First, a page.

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Food Allergy

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Within this Document

•  Introduction
•  Diagnosis
•  Referral
•  Management in Primary Care

Introduction

Food allergy (FA) is a common condition in early childhood, affecting up to 10% of children under 5 years. It is defined as an adverse immunologic reaction to a food protein. Many FA are IgE-mediated immediate hypersensitivity reactions, while immunologic mechanisms other than IgE also occur. These are referred to as non IgE-mediated reactions. Food intolerance does not have an immunologic mechanism.

A useful overview can be found in the recently published article: Food allergy: A review and update on epidemiology, pathogenesis, diagnosis, prevention, and management  Scott H Schierer, MD and Hugh Sampson, MD. J Allergy Clin Immunol, Jan 2018. See http://www.jacionline.org/article/S0091-6749(17)31794-3/fulltext#pageBody to access the full article

Guidelines on the diagnosis and management of food allergy are available as follows:

Diagnosis

Diagnosis is based on clinical history, with the history of an immediate allergic reaction critical in the interpretation of skin-prick test (SPT) or serum specific IgE (ssIgE, also referred to as RAST or EAST).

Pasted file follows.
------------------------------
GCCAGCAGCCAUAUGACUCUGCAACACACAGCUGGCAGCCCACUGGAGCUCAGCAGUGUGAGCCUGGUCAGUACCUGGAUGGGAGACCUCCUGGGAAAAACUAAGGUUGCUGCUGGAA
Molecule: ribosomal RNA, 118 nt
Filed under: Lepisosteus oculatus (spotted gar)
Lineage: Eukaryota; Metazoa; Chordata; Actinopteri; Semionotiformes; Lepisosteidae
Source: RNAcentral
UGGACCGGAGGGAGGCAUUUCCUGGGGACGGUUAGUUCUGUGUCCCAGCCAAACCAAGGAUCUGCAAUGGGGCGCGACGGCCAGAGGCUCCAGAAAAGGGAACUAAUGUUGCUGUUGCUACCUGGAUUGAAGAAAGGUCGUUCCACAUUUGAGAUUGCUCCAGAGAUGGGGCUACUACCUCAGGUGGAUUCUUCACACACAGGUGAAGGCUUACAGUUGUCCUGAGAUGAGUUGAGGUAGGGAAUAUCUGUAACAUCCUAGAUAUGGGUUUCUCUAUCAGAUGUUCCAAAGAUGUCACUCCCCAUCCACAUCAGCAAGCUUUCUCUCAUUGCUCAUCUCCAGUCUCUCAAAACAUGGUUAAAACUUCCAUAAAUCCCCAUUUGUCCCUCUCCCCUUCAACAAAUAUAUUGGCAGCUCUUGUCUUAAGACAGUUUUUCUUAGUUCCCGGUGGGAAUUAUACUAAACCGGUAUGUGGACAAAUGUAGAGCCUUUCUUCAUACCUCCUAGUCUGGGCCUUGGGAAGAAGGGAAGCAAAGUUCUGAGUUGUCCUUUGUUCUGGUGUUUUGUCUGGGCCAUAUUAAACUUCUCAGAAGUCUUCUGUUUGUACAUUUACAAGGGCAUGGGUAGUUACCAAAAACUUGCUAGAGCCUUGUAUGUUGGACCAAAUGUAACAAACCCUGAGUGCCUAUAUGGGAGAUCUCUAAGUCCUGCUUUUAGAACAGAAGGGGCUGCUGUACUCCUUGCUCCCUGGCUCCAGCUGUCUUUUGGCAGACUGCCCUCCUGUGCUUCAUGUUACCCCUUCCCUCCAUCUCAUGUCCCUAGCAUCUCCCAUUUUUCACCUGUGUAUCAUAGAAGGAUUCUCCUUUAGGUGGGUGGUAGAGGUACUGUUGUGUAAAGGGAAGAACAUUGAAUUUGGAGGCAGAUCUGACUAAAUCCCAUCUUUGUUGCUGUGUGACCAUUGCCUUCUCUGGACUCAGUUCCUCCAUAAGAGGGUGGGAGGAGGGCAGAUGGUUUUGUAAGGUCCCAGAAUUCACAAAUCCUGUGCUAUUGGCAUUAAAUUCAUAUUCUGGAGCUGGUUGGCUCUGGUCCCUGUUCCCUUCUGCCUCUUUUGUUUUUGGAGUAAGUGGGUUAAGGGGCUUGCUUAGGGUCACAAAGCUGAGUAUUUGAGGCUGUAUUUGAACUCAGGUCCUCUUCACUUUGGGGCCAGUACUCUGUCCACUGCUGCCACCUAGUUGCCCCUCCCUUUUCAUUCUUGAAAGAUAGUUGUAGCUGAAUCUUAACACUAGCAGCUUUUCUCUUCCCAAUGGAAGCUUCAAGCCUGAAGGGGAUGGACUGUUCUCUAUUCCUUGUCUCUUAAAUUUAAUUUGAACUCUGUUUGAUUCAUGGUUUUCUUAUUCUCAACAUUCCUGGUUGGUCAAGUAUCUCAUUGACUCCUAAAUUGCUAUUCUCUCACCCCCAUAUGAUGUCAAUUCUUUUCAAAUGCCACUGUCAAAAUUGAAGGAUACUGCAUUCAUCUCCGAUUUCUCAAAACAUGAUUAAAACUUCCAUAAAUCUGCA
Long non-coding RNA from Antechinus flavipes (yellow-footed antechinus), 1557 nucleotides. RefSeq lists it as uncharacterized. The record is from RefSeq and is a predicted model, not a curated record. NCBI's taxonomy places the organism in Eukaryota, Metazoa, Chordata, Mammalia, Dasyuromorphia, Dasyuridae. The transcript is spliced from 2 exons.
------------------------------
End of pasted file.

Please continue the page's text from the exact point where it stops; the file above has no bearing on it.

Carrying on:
The Allergy CN recommends an approach to diagnosis including testing as follows:

food allergy

  1.  Allergy focussed history
    The food
    Most food allergic reactions are due to a small number of foods, with milk, egg, peanut, nut, sesame, fish, shellfish, kiwifruit, wheat and soy accounting for the large majority of reactions.
    Timing
    Most food allergic reactions come on quickly after eating a new food - 75% of milk and peanut reactions occur on first known ingestion. Onset of IgE mediated reactions is often within minutes and almost always within a couple of hours. Food allergic reactions tend to completely resolve within hours.
    Signs and symptoms
    IgE mediated reactions can include a variety of signs and symptoms, and no one feature is always present. Common signs and symptoms are listed on the ASCIA action plans https://www.allergy.org.au/health-professionals/ascia-plans-action- and-treatment
  2. What to test
    Allergy skin prick tests (SPT) and specific IgE (ssIgE, previously also referred to as RAST or EAST) are not screening tests. They are easiest interpreted when there is a clinical history of food allergy. Where there is a positive test but no history of food allergy, the test may indicate sensitisation rather than true allergy, and may lead to inappropriate and unnecessary food exclusion.

    Sometimes anticipatory testing may be useful - e.g. many paediatricians and allergy specialists suggest testing tree nuts if a child has had a reaction to peanut, or if a child has multiple food allergies on history then testing a broader range may be needed. These decisions should be made by the specialist who sees the child in discussion with the family
  3. Conditions where food allergy testing is not indicated